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The bishops, the complete guide.

  • FM kevin9512
  • | Jun 14, 2013
  • | 8350 views
  • | 24 comments

I have seen many articles and books that talk about the bishop pair. We all know the basic rules "knights are better in closed games, and bishops are better in open games", but why are bishops generally preffered? First, it is easier to open a position that it is to completely blockade it. Even in semi-closed positions, bishops can do well.

In this series of articles I will try to explain the following topics

1. Bad bishops and why sometimes they are not bad: I will show you why they are necessary and why they are better in their starting position. This is speciallly true for black's light square bishop. Sometimes we develop this bishop instead of leaving it "doing nothing", but why do grandmasters leave this bishop undeveloped? Is it really a "bad" bishop?

2. bishop vs knight: I will show examples about this legendary fight. Although there are many articles about this, I will try to add depth to this subject.

3. Bishop pair: Why the bishop pair is good and how to use it.

4. Opposite color bishop endings: What you didn't know about this endings. Most of the time we just assume they are a draw and we forget about the strategy behind all this endgame.

In this first intruduction I will start with a game maybe most of you know, the famous Carlsen vs Topalov game:



The commentary in this game is rather simple and dull. I am working on getting good examples that are not well known, and focus analysing them. I am sure you can find great in depth analysis of this game.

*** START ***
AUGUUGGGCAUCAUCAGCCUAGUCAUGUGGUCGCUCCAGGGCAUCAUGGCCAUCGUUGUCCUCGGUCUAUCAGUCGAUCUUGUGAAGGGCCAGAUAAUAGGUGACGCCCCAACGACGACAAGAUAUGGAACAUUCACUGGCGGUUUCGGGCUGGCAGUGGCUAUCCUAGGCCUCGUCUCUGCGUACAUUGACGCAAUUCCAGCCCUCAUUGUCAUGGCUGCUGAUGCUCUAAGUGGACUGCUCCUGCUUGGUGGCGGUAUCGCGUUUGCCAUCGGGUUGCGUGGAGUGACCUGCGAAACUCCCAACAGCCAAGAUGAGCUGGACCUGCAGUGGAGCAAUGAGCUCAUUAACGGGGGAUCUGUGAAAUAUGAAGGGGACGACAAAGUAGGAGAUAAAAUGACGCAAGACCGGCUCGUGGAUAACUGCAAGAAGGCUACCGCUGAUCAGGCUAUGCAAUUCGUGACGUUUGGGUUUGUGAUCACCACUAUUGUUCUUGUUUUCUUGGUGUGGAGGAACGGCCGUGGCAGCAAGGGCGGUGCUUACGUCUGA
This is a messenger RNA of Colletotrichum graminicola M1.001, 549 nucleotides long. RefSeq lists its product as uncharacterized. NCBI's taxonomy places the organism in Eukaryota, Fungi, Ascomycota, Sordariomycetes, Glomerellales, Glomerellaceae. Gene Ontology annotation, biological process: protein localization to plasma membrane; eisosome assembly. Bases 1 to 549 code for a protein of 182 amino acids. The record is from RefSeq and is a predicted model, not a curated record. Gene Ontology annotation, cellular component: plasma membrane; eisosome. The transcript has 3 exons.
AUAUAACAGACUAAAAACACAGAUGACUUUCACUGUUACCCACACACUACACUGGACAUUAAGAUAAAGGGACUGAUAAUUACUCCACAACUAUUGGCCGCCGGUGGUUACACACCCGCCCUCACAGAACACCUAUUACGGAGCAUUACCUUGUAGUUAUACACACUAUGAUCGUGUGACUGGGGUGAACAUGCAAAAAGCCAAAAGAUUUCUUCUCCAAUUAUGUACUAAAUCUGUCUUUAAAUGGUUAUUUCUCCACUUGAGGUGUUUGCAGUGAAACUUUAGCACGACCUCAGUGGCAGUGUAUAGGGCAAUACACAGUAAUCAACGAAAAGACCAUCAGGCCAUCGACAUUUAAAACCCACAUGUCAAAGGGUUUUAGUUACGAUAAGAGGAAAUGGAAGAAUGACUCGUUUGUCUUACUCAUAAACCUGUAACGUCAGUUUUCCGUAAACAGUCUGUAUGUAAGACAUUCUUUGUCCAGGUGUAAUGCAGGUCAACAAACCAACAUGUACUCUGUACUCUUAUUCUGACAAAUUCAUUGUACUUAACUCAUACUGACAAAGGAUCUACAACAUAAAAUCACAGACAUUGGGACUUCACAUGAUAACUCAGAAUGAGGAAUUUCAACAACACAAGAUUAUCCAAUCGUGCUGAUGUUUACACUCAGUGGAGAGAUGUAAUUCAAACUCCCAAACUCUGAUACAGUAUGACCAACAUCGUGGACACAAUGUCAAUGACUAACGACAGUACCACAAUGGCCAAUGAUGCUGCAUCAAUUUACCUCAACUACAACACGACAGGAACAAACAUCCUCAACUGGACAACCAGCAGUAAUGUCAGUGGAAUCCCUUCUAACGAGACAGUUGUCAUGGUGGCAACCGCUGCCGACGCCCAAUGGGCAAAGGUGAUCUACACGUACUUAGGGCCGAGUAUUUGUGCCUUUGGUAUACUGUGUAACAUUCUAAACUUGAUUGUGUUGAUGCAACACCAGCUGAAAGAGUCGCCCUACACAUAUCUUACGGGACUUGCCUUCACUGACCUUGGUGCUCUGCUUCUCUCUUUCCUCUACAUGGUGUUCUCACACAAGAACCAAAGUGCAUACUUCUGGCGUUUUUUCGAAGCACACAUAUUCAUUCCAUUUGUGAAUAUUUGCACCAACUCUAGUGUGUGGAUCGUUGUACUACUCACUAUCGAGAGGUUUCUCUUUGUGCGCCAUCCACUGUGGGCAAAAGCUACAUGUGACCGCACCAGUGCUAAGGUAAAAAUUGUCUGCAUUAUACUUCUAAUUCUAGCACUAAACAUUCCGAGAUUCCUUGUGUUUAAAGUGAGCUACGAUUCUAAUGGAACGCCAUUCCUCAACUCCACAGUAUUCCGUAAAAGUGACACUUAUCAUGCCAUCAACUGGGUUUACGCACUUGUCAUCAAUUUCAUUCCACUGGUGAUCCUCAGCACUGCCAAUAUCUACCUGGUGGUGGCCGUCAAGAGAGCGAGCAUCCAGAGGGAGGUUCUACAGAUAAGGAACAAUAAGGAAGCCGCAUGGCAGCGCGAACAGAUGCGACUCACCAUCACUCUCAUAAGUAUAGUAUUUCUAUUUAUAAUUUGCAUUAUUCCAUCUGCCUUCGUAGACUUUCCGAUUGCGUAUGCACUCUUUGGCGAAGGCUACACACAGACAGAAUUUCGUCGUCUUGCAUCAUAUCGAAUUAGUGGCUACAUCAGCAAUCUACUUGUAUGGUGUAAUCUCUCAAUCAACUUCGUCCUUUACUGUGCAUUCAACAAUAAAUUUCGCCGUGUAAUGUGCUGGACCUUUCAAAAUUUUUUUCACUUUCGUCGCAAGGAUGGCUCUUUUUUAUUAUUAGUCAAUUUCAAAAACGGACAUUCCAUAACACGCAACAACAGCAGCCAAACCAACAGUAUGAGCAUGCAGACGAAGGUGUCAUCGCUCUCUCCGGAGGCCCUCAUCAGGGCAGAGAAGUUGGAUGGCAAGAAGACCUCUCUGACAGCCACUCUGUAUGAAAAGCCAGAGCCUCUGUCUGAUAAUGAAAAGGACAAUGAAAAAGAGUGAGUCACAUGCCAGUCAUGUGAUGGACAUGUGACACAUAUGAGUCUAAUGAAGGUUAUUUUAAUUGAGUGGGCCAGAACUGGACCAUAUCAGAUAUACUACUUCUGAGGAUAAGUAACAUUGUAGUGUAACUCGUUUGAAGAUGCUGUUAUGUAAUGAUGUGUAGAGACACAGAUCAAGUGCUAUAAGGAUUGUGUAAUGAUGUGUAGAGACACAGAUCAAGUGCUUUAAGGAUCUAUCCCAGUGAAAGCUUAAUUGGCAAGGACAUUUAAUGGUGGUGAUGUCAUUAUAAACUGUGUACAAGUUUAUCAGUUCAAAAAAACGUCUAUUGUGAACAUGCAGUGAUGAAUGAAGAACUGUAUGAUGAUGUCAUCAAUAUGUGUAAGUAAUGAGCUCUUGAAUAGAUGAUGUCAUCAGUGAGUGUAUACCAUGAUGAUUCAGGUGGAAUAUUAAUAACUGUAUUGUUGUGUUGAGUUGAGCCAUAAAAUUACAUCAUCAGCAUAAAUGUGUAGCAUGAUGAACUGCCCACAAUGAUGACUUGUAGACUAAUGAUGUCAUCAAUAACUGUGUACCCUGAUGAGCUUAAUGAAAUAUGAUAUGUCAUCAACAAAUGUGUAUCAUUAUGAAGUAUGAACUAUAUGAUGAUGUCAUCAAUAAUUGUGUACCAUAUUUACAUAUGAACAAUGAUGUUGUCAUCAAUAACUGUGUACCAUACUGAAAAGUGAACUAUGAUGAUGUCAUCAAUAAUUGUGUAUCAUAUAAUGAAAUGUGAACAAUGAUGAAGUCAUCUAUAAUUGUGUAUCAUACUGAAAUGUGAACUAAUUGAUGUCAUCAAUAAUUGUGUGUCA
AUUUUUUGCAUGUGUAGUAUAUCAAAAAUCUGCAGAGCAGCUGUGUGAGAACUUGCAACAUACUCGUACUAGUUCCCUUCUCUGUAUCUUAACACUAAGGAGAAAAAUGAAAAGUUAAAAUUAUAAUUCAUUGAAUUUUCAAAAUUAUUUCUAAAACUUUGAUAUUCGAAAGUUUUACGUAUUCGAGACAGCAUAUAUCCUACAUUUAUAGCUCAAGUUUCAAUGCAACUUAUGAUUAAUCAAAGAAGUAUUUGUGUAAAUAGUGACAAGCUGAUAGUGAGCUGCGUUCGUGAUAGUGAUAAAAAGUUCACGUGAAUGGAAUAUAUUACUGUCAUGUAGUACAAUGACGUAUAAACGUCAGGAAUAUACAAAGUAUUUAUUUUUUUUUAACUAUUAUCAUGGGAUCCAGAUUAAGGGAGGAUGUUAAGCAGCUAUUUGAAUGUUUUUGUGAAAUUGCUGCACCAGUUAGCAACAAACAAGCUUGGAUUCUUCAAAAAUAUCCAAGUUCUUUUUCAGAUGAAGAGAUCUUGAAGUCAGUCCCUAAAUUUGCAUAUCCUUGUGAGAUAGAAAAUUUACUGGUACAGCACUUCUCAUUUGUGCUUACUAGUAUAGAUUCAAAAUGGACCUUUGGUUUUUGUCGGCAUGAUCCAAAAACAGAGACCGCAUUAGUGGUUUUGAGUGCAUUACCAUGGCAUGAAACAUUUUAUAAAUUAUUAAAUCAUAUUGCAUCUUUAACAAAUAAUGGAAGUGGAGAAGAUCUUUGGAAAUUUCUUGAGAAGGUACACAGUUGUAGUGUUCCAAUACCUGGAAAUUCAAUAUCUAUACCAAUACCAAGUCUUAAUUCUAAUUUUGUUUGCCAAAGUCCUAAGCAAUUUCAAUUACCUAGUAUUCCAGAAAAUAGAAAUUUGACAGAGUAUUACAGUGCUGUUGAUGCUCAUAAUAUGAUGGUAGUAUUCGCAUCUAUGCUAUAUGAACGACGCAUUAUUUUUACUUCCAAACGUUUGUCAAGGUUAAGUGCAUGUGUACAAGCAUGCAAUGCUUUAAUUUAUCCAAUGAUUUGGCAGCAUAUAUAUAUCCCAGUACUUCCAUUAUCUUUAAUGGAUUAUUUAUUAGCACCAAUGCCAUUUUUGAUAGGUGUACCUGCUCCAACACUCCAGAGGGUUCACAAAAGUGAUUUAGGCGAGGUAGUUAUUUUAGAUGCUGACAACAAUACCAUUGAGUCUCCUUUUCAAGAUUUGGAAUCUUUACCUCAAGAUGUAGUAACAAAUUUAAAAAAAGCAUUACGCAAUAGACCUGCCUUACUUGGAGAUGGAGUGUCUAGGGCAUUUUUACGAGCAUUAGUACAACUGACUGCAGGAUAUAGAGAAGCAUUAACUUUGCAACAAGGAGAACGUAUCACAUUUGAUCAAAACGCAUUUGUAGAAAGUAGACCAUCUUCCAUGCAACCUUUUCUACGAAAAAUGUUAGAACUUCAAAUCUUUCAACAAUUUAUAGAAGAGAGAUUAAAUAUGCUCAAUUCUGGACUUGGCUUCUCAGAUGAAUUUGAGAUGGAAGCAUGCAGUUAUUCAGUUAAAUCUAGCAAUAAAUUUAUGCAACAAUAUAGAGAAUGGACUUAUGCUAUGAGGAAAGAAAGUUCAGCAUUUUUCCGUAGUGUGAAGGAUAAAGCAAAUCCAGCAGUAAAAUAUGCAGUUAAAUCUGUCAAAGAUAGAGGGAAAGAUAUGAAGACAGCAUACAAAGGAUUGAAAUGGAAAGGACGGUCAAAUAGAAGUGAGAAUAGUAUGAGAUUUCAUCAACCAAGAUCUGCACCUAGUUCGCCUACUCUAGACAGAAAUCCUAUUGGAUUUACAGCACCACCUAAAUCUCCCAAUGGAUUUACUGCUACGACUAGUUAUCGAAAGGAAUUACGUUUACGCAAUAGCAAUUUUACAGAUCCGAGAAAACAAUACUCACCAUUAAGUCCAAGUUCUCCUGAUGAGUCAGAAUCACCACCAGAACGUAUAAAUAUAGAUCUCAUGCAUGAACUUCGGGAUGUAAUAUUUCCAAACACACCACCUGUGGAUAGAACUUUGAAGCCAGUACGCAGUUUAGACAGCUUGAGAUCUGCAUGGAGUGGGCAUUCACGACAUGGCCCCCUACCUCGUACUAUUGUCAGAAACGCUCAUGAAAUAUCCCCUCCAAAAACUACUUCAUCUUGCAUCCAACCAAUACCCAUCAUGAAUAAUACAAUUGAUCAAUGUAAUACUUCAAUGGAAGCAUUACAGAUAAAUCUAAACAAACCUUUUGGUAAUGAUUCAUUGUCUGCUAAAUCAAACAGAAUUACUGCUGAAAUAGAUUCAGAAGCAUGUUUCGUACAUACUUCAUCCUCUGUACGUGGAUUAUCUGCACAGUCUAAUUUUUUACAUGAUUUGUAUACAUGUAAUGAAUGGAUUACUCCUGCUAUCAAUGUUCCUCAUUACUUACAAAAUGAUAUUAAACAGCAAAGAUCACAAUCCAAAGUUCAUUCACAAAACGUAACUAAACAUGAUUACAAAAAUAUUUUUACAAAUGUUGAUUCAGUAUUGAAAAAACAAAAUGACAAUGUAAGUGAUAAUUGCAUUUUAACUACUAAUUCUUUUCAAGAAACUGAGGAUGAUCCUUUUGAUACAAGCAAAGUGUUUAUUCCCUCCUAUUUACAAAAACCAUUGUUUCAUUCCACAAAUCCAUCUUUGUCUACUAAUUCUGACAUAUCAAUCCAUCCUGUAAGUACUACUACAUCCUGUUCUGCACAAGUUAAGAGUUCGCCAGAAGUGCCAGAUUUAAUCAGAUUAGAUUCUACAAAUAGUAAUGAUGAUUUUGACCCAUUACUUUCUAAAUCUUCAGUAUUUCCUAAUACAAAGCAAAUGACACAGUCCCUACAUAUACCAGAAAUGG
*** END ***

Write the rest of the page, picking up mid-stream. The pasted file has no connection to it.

If you have any game you think would add relevance to this topic, dont hesitate to send me a message! I will be more than happy to analyze those games, help on the mistakes, and publish them on my series of articles!

FM Kevin Trujillo

Comments


  • 13 months ago

    EgortriesChess

    i didnt understand the idia behind this article

  • 13 months ago

    yucca

    Hi.  Interesting stuff.  I would appreciate though maybe a bit of an indication as to the recommended level this is is for - I suspect worrying too much about bad bishops etc is a bit academic for my level when I don't always get tactical motifs, but it would be helpful if posters could make this clear.  Maybe even a "tag"/category or something for articles would be an idea - so we could say choose to view all articles aimed at our kind of level or on a particular theme, as I know there is a wealth of knowledge on the site, but I'm not always sure it's easy to access it in the best way.  Cheers

  • 13 months ago

    magiking333

    [COMMENT DELETED]
  • 13 months ago

    csmith1281

    @eduh the pawn was pinned in move 18. And in 28, black's bishop was guarding c4. Capturing would have eventually put White's queen in danger and on the run.

  • 13 months ago

    tpe09222012

    gosh. nvm. I didn't see that black will just be down a piece after 19. ... Nxb3.

    @JamesColeman: Thanks for the tip. I found the game on chessgames.

  • 13 months ago

    tpe09222012

    [COMMENT DELETED]
  • 13 months ago

    FM kevin9512

    19. Nxb3 ...20 Nxd7 winning a piece

    Sorry for the weak analysis of the game,my next article will be more detailed and will be really instructive

  • 13 months ago

    Eebster

    Any thoughts on 19... Nxb3 ? I am probably missing something more important, but it would destroy the bishop pair.